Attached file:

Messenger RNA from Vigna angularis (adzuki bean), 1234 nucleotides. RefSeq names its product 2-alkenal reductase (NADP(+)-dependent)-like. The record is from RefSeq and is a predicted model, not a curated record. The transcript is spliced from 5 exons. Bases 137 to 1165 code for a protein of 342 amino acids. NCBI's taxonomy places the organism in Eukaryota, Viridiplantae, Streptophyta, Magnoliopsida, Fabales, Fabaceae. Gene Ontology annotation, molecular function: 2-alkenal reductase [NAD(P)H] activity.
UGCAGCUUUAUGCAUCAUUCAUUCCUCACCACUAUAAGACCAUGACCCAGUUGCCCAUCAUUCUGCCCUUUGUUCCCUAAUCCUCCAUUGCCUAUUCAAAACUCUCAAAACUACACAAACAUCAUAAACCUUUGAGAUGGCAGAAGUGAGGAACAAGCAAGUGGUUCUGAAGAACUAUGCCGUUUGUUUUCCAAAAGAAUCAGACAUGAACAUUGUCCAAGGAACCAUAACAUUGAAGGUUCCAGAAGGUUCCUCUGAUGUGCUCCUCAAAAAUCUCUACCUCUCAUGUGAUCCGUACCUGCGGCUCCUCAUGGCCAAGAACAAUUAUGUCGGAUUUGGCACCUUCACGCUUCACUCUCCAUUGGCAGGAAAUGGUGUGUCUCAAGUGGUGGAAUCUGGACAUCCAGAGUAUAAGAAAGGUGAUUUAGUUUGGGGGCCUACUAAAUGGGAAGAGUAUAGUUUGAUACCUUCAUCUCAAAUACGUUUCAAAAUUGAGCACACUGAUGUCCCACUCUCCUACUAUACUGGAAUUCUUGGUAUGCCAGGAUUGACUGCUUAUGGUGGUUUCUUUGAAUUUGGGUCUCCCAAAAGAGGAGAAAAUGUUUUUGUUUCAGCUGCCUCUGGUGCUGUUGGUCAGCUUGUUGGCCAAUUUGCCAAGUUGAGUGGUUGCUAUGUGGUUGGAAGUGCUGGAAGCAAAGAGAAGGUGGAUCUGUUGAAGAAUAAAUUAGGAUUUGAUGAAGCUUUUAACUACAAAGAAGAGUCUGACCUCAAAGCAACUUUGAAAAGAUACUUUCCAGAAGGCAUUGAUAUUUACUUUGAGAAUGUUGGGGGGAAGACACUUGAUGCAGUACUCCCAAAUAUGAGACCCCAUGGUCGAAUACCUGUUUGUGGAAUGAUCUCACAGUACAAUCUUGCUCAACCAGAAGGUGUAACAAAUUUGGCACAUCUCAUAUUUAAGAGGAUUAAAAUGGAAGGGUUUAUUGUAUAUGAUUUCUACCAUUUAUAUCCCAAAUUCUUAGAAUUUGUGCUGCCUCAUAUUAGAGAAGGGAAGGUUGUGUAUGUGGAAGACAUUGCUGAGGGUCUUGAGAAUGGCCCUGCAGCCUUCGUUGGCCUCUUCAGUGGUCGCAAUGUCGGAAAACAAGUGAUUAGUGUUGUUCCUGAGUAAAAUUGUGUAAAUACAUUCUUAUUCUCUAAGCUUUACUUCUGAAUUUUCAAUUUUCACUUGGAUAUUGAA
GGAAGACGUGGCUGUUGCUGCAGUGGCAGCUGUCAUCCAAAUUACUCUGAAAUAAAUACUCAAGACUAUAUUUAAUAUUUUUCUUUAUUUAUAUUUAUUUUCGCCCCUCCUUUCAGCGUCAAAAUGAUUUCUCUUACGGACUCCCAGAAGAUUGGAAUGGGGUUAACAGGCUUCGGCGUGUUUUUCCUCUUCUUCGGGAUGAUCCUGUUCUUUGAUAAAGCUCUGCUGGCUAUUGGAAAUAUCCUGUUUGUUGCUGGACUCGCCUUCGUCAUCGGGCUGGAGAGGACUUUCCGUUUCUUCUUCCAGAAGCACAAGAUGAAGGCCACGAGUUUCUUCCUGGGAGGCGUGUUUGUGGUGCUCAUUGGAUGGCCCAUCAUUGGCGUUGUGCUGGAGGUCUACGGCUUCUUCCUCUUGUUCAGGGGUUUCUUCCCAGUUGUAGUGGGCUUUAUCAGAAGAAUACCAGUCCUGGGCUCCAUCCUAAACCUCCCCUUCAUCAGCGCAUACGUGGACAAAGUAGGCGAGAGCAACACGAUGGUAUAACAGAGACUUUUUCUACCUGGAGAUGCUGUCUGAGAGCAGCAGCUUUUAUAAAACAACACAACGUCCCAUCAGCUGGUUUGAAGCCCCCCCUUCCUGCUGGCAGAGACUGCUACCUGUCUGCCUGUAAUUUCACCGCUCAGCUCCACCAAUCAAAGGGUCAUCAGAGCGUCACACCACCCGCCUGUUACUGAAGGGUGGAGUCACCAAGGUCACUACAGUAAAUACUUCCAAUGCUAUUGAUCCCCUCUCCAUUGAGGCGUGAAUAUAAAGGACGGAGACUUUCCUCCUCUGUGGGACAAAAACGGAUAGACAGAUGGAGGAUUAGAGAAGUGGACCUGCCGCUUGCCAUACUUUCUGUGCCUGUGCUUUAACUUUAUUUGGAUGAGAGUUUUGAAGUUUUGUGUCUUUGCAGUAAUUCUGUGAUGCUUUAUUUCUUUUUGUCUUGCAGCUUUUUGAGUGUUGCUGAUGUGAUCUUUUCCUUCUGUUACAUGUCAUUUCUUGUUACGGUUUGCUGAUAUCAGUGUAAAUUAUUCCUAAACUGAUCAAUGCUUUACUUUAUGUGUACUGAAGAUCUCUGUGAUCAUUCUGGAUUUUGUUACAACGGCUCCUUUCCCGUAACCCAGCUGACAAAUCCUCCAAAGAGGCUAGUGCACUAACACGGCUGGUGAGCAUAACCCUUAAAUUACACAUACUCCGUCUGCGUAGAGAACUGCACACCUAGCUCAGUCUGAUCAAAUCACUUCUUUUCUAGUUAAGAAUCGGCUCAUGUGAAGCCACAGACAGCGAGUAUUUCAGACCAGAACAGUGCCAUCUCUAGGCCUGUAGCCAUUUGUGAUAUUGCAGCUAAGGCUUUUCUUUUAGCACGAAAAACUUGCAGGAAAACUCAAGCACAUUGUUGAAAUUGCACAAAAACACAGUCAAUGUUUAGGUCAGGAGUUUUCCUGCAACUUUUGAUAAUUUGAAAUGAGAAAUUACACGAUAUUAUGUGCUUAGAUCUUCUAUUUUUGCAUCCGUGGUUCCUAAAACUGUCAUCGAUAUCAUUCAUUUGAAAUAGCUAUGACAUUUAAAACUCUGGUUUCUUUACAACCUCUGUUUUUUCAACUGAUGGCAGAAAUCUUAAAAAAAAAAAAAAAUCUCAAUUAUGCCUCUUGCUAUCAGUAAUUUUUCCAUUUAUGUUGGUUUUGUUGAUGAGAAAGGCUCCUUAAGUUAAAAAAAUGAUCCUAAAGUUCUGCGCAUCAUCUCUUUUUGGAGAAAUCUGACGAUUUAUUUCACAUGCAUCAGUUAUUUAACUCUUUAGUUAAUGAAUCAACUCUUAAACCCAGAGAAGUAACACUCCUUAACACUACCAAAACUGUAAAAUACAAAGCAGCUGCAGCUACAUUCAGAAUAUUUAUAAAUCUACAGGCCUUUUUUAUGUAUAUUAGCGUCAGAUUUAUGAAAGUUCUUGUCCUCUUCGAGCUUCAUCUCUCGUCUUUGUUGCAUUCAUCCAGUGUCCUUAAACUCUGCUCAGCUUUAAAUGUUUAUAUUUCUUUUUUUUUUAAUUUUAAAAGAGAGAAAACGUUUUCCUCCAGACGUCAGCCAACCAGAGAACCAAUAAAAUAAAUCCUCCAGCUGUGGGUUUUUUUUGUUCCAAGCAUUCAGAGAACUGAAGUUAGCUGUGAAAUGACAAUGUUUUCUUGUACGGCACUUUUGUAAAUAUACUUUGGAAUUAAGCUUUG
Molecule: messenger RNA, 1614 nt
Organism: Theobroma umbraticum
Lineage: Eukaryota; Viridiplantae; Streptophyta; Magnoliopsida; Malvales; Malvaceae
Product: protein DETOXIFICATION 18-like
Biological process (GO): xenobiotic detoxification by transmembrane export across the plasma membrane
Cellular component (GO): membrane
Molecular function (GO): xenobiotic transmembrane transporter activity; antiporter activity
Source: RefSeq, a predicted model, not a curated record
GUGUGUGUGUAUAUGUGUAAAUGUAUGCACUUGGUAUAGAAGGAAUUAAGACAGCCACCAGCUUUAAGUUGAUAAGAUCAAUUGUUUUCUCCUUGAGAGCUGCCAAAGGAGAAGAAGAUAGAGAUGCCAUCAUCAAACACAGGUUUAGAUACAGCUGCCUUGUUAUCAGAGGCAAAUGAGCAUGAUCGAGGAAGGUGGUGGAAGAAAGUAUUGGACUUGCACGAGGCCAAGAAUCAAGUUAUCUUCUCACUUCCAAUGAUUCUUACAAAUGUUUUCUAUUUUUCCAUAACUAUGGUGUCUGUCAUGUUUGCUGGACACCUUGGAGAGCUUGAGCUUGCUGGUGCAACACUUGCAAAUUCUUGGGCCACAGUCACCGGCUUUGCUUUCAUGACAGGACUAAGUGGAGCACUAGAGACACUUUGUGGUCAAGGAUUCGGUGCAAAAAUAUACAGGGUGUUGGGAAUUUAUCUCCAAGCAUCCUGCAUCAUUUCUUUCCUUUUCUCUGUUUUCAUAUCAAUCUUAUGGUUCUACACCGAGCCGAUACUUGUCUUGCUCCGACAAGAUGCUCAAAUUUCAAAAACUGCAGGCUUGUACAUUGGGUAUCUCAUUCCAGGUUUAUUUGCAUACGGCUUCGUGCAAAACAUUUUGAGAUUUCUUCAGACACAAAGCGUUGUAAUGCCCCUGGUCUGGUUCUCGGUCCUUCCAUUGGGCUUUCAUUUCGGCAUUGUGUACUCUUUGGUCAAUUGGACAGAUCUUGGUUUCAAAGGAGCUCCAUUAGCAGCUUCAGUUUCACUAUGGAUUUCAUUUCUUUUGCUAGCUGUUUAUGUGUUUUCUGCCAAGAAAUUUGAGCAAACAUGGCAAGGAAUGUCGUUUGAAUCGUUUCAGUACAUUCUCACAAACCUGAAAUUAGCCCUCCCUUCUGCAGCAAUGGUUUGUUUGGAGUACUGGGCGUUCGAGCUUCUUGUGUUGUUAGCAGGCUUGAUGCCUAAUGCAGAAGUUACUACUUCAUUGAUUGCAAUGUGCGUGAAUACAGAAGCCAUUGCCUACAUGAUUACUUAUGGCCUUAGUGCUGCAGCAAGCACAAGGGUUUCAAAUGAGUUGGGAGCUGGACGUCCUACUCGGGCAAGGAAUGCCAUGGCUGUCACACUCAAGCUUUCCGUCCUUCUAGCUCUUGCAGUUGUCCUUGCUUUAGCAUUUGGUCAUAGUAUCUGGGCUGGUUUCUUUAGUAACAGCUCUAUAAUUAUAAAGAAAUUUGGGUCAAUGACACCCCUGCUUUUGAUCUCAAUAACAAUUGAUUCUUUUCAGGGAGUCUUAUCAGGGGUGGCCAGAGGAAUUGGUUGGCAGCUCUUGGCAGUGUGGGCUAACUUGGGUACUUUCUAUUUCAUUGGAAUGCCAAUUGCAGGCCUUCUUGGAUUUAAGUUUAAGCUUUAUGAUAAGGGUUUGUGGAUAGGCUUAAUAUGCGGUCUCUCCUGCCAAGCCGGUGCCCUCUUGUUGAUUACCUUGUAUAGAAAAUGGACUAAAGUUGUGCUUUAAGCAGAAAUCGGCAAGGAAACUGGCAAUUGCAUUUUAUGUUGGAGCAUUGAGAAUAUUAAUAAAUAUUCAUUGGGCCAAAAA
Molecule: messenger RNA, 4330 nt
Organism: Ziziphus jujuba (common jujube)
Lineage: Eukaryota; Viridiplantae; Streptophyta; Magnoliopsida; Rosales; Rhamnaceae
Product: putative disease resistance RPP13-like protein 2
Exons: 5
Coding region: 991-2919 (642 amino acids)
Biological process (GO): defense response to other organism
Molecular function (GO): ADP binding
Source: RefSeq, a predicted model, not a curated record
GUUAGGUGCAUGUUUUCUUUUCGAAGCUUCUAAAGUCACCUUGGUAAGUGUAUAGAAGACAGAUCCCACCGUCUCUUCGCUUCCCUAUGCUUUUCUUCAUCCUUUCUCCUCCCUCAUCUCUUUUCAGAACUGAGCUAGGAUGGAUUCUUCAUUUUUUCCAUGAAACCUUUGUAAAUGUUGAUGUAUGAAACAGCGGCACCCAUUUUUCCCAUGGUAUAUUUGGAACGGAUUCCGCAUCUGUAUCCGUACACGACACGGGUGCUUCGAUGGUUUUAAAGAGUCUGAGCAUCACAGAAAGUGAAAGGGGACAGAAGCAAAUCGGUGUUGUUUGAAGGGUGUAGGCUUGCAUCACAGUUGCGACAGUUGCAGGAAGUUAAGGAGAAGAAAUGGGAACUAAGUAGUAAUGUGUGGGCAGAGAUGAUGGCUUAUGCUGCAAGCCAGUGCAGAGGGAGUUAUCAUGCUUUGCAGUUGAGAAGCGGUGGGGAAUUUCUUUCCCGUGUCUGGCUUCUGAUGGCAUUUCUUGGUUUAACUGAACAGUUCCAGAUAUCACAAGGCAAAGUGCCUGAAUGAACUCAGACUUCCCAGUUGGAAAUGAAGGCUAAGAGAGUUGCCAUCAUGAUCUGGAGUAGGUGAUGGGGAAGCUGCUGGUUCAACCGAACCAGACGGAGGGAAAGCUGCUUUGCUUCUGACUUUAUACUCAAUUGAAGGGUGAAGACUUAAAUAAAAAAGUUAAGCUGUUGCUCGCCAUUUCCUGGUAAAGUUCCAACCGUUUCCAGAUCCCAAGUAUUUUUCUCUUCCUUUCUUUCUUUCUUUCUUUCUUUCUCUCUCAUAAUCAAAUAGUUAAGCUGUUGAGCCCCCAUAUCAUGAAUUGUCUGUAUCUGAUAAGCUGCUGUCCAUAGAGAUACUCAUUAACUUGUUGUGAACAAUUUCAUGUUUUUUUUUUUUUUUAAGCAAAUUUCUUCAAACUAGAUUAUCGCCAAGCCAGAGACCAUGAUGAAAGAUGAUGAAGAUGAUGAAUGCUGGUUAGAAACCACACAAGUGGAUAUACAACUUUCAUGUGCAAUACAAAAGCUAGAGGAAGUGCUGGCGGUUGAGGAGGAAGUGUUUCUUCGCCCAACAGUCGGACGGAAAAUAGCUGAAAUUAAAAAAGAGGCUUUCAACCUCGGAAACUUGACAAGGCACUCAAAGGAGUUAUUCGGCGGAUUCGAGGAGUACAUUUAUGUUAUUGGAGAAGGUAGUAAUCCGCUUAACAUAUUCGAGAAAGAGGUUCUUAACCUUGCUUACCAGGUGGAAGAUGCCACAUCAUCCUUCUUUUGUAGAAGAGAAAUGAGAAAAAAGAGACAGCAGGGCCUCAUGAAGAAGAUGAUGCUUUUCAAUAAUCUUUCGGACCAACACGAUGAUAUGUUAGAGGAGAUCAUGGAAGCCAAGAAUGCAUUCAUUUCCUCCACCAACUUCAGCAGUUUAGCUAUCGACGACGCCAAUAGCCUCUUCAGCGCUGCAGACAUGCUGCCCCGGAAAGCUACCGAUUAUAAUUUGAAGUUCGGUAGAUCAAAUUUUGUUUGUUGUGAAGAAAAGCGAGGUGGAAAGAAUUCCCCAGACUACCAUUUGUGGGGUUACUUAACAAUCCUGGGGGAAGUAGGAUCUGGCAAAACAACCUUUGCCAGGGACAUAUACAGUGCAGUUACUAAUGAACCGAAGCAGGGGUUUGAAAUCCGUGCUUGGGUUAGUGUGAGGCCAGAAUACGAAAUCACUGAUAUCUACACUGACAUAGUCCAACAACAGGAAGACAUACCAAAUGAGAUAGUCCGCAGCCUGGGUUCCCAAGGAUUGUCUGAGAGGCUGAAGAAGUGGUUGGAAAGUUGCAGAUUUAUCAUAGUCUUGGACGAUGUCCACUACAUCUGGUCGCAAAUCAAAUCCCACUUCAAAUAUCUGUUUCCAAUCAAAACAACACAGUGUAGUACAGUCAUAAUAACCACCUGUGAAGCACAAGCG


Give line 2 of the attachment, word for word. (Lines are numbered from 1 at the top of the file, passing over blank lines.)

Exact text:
UGCAGCUUUAUGCAUCAUUCAUUCCUCACCACUAUAAGACCAUGACCCAGUUGCCCAUCAUUCUGCCCUUUGUUCCCUAAUCCUCCAUUGCCUAUUCAAAACUCUCAAAACUACACAAACAUCAUAAACCUUUGAGAUGGCAGAAGUGAGGAACAAGCAAGUGGUUCUGAAGAACUAUGCCGUUUGUUUUCCAAAAGAAUCAGACAUGAACAUUGUCCAAGGAACCAUAACAUUGAAGGUUCCAGAAGGUUCCUCUGAUGUGCUCCUCAAAAAUCUCUACCUCUCAUGUGAUCCGUACCUGCGGCUCCUCAUGGCCAAGAACAAUUAUGUCGGAUUUGGCACCUUCACGCUUCACUCUCCAUUGGCAGGAAAUGGUGUGUCUCAAGUGGUGGAAUCUGGACAUCCAGAGUAUAAGAAAGGUGAUUUAGUUUGGGGGCCUACUAAAUGGGAAGAGUAUAGUUUGAUACCUUCAUCUCAAAUACGUUUCAAAAUUGAGCACACUGAUGUCCCACUCUCCUACUAUACUGGAAUUCUUGGUAUGCCAGGAUUGACUGCUUAUGGUGGUUUCUUUGAAUUUGGGUCUCCCAAAAGAGGAGAAAAUGUUUUUGUUUCAGCUGCCUCUGGUGCUGUUGGUCAGCUUGUUGGCCAAUUUGCCAAGUUGAGUGGUUGCUAUGUGGUUGGAAGUGCUGGAAGCAAAGAGAAGGUGGAUCUGUUGAAGAAUAAAUUAGGAUUUGAUGAAGCUUUUAACUACAAAGAAGAGUCUGACCUCAAAGCAACUUUGAAAAGAUACUUUCCAGAAGGCAUUGAUAUUUACUUUGAGAAUGUUGGGGGGAAGACACUUGAUGCAGUACUCCCAAAUAUGAGACCCCAUGGUCGAAUACCUGUUUGUGGAAUGAUCUCACAGUACAAUCUUGCUCAACCAGAAGGUGUAACAAAUUUGGCACAUCUCAUAUUUAAGAGGAUUAAAAUGGAAGGGUUUAUUGUAUAUGAUUUCUACCAUUUAUAUCCCAAAUUCUUAGAAUUUGUGCUGCCUCAUAUUAGAGAAGGGAAGGUUGUGUAUGUGGAAGACAUUGCUGAGGGUCUUGAGAAUGGCCCUGCAGCCUUCGUUGGCCUCUUCAGUGGUCGCAAUGUCGGAAAACAAGUGAUUAGUGUUGUUCCUGAGUAAAAUUGUGUAAAUACAUUCUUAUUCUCUAAGCUUUACUUCUGAAUUUUCAAUUUUCACUUGGAUAUUGAA